WASHINGTON (CNN) – A longtime civil rights leader called Sunday for the nation’s first African-American president to be more engaged with the black community and for greater government action to address the needs of the poor and unemployed - especially those in the African American community.
Rev. Jesse Jackson said that he and other African-American leaders “want to engage more fully with [Obama] because there is a lot of unfinished business.” While Jackson noted that the president has met with members of the Congressional Black Caucus and with some African-American mayors, Jackson said he has yet to sit down with Obama.
Jackson said on CNN’s State of the Union that he was confident, however, “at some point in time, we will meet.”
WASHINGTON (CNN) - Congressman Rep. Patrick Murphy (D-PA), a member of the House Intelligence Committee, said Sunday that “it’s disturbing” that former Vice President Dick Cheney may have ordered the CIA to withhold information from Congress.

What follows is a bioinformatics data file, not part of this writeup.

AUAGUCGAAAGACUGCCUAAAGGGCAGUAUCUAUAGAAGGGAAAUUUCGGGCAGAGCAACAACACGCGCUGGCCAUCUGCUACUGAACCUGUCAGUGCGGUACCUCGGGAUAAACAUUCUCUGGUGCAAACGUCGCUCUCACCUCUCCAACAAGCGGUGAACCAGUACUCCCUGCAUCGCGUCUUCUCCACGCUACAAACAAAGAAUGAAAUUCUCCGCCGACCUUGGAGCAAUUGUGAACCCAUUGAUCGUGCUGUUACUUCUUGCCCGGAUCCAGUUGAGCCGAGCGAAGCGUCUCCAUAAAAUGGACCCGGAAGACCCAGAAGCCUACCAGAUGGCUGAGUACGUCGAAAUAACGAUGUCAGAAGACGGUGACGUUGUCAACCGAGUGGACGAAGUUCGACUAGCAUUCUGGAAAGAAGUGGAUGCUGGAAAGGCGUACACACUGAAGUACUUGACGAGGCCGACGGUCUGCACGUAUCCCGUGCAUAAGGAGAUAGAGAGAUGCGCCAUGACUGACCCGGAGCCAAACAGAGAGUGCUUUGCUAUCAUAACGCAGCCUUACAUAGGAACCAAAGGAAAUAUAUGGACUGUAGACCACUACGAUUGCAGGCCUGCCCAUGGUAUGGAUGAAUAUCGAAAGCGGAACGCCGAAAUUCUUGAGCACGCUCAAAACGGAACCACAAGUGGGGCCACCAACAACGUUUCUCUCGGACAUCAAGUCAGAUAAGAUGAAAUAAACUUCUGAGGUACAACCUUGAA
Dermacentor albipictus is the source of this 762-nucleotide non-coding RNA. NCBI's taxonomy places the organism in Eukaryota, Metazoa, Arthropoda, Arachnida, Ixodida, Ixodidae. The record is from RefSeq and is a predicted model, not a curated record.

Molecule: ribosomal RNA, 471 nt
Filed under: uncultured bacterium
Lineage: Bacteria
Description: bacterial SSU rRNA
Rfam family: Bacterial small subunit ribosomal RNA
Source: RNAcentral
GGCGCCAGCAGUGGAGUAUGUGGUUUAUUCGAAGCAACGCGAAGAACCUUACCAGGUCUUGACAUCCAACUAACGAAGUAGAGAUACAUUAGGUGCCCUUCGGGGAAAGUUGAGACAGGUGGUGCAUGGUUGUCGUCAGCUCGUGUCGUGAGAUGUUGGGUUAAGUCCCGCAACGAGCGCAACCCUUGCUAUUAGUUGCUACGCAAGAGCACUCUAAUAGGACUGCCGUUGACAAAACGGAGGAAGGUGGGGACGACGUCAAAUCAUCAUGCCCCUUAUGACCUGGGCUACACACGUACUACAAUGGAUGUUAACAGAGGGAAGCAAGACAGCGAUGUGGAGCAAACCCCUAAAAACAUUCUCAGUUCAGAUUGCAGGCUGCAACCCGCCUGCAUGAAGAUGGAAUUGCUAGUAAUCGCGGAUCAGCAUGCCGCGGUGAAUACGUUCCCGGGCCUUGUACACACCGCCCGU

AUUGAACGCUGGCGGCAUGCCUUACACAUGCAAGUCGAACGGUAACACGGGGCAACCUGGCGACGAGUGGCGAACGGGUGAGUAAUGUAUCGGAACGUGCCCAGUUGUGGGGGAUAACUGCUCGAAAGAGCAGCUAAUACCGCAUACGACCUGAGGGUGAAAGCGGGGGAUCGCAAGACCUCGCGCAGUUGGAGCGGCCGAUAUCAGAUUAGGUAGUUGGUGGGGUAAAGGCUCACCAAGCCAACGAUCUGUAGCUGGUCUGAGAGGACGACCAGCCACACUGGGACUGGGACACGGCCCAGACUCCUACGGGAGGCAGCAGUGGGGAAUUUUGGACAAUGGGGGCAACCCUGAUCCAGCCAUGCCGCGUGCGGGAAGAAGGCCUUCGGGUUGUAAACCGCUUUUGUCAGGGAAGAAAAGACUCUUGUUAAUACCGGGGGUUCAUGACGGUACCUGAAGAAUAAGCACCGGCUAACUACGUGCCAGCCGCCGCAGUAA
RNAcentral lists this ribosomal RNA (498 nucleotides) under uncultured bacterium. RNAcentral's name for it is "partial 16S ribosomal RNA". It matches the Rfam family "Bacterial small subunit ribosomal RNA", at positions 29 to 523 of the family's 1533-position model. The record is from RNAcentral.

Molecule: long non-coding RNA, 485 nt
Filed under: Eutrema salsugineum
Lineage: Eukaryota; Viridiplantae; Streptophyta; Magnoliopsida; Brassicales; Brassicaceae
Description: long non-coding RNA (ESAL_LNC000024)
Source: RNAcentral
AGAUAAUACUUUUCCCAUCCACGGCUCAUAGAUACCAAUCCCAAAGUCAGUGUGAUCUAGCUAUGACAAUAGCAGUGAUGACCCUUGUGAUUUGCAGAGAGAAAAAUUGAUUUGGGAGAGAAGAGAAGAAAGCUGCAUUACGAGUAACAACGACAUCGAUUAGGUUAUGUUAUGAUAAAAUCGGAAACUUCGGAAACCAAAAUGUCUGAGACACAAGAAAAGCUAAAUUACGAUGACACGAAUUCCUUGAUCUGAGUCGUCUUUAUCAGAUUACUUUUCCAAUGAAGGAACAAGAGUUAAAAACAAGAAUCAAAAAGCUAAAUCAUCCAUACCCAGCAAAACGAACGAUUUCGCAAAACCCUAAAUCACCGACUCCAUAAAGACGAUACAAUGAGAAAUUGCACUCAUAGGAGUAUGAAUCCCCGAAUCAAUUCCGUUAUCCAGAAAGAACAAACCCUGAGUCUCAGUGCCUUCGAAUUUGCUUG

Related: Cheney and alleged secret CIA program 'a problem.' Senator says
The refusal to disclose a top-secret program to the few members of Congress authorized to review the sensitive material was “absolutely not” appropriate, Murphy told CNN’s Wolf Blitzer on Sunday’s State of the Union.
Though he has recently been briefed by CIA chief Leon Panetta on the nature of the secret program, he said that because the information is top secret he would not talk about it on TV or in private.
On the issue of gays in the military, Murphy said that now is the “best time to move” on repealing the military’s Don’t Ask, Don’t Tell policy. Thirteen thousand servicemen and women have been discharged under the highly controversial policy, he noted.
Though he believes President Obama supports repealing the policy, he said he understands it’s up to Congress to change it.
“It was an act of Congress that put this discriminatory law in place. It will take an act of Congress to repeal it.”